How to Change Your Name at the Office
For as long as I can remember, everyone has called me Jessie. Jessie Bear, Messy Jessie, Jessie Poo—I’ve heard it all. It started as a family nickname, but it became embedded as my identity throughout grade school and stuck around like an annoying commercial jingle.
And it never bothered me—at least, not until I entered the workforce.
Suddenly, it seemed a bit awkward to have my boss and co-workers calling me what my parents had called me as a child. In fact, it gave me a bit of a professional identity complex—I started wondering if my lifelong nickname was a little childish for work, and if I’d be taken more seriously if I went by my formal name in business settings.
So I decided to morph my professional persona into Jessica, and reserve Jessie for only the people I’m closest to. It seemed like such a slight change at first (it is only a few letters)—but I realized that it’s not easy to change the way people have referred to you (and how you’ve referred to yourself!) for years. Would I need a flashing marquee? Skywriting? A billboard?
The good news is—it wasn’t quite that extreme. But if you’re feeling stuck, here’s how I did it.
Lead by Example
You have to commit to the change first—so lead by example and introduce yourself by your “new” name. Update your email signature, business cards, office nametag, and any other places you’re identified in print around the office. And any time you meet new people, answer the phone, or otherwise verbally refer to yourself, always use your new name. These verbal and visual cues will help others recognize that you’re serious about the change.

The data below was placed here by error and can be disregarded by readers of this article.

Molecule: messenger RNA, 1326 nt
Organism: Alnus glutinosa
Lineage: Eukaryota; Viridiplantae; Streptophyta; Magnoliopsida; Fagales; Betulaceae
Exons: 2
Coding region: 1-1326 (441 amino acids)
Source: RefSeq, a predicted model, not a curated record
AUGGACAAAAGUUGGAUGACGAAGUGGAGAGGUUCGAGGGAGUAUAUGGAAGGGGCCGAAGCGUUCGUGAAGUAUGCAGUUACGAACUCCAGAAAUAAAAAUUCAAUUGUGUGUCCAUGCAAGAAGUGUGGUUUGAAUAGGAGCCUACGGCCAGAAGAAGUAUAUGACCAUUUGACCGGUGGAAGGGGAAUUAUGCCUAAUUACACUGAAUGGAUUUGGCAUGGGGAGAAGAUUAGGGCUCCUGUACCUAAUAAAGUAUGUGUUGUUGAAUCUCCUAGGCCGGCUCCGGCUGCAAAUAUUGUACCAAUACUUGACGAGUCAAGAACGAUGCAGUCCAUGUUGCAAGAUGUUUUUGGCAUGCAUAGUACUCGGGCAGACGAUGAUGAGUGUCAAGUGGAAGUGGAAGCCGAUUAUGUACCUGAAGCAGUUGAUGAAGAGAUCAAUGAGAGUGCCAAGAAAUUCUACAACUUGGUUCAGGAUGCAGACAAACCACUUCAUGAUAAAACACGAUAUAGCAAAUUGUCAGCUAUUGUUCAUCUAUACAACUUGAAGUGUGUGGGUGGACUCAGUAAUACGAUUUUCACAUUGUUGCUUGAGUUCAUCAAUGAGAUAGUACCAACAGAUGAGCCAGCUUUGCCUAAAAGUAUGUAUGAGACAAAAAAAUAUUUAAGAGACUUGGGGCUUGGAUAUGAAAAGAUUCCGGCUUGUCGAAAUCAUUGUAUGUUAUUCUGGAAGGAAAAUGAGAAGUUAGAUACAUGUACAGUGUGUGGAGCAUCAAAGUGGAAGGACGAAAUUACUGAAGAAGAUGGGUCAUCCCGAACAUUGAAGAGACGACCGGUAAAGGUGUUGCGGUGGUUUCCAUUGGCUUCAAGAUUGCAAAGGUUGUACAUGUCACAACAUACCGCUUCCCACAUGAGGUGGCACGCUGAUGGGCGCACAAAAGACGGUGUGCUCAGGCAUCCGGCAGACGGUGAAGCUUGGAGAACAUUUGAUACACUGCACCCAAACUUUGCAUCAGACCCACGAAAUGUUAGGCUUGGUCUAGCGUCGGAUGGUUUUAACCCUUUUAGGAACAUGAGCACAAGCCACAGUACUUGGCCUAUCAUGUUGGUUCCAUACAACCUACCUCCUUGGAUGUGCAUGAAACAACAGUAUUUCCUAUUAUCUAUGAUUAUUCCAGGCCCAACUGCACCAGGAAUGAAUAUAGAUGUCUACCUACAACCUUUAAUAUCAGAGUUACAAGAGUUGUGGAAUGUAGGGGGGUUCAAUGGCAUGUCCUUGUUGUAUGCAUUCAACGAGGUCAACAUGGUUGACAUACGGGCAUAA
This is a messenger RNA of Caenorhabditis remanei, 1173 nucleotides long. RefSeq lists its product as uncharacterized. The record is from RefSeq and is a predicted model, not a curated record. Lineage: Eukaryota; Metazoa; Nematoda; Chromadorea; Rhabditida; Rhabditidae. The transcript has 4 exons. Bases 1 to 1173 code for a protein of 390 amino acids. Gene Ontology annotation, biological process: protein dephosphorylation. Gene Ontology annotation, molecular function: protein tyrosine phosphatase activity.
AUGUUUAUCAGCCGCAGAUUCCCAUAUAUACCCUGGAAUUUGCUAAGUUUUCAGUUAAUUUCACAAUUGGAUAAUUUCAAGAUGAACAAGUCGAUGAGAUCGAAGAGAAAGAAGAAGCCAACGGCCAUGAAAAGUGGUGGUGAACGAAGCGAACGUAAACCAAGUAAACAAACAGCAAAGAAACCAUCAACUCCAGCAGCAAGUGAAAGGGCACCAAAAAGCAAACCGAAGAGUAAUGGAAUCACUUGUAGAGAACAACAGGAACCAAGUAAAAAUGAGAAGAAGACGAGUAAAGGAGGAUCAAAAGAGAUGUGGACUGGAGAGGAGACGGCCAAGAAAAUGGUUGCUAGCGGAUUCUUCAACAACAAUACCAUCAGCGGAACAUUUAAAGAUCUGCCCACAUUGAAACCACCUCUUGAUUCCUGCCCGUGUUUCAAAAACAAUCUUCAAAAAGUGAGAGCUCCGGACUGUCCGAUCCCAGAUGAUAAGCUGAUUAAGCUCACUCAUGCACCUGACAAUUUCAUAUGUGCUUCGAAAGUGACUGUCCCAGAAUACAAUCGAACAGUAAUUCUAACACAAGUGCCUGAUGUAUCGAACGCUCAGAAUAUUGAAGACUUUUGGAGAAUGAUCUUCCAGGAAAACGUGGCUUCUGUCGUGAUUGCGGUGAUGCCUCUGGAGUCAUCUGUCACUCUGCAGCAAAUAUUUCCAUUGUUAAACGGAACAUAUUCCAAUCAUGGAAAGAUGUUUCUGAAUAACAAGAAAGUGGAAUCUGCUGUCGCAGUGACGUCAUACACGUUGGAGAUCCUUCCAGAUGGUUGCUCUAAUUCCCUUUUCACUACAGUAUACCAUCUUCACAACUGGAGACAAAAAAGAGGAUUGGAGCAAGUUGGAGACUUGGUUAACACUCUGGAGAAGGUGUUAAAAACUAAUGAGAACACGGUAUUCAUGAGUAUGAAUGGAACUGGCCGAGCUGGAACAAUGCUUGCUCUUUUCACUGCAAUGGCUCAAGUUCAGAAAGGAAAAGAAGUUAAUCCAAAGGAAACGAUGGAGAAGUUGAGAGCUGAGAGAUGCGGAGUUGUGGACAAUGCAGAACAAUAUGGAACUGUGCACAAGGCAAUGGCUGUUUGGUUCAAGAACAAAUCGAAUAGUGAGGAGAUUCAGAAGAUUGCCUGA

Have a Social Presence
In the world of social media, sites link and feed off of one another, so having your “new” name updated across the board is key. To minimize confusion and make sure your old contacts can still find you, you can modify the way your name appears to include both your names for a transition period (or permanently). For example, Facebook lets you include a middle name in your personal info, which can be repurposed to display the nickname you previously used—i.e., Jessica (Jessie) Taylor. If your organization has a social network or LinkedIn group, make sure your display name is updated there, too.
Be a Stickler
If you see your name printed incorrectly on meeting agendas, memos, or other widely distributed documents, approach the people who drafted them to request a name change in any future versions. The author probably just wasn’t aware of your new preference, but don’t let it slide—use it as an opportunity to reinforce your commitment to your new moniker. In the same vein, if someone verbally refers to you by your old nickname, casually remind him or her that you prefer your professional name: “Hey, I know it probably sounds silly, but I’m trying to stop using my nickname at work. Would you mind calling me Jessica?”
There also may be people in your life who naturally overlap the boundaries of your professional and personal worlds (i.e., co-workers who are close friends), and that’s OK! It’s usually not too much of a stretch to have them switch gears depending on the setting you’re in. It might take these folks a little extra time to adapt and consistently remember to make the distinction, but gentle reminders can be helpful—especially before big meetings or work events, where using the right name is essential.
Your professional identity is a pretty big deal—it’s how people get to know you and it will follow you wherever you go. So if you’re not happy with the one you have now, don’t be afraid to change it. It took me the better part of a month to galvanize my co-workers into calling me by my “proper name,” but I’m definitely glad I made the effort. Just stick to it, and you’ll slowly find that others will do the same.
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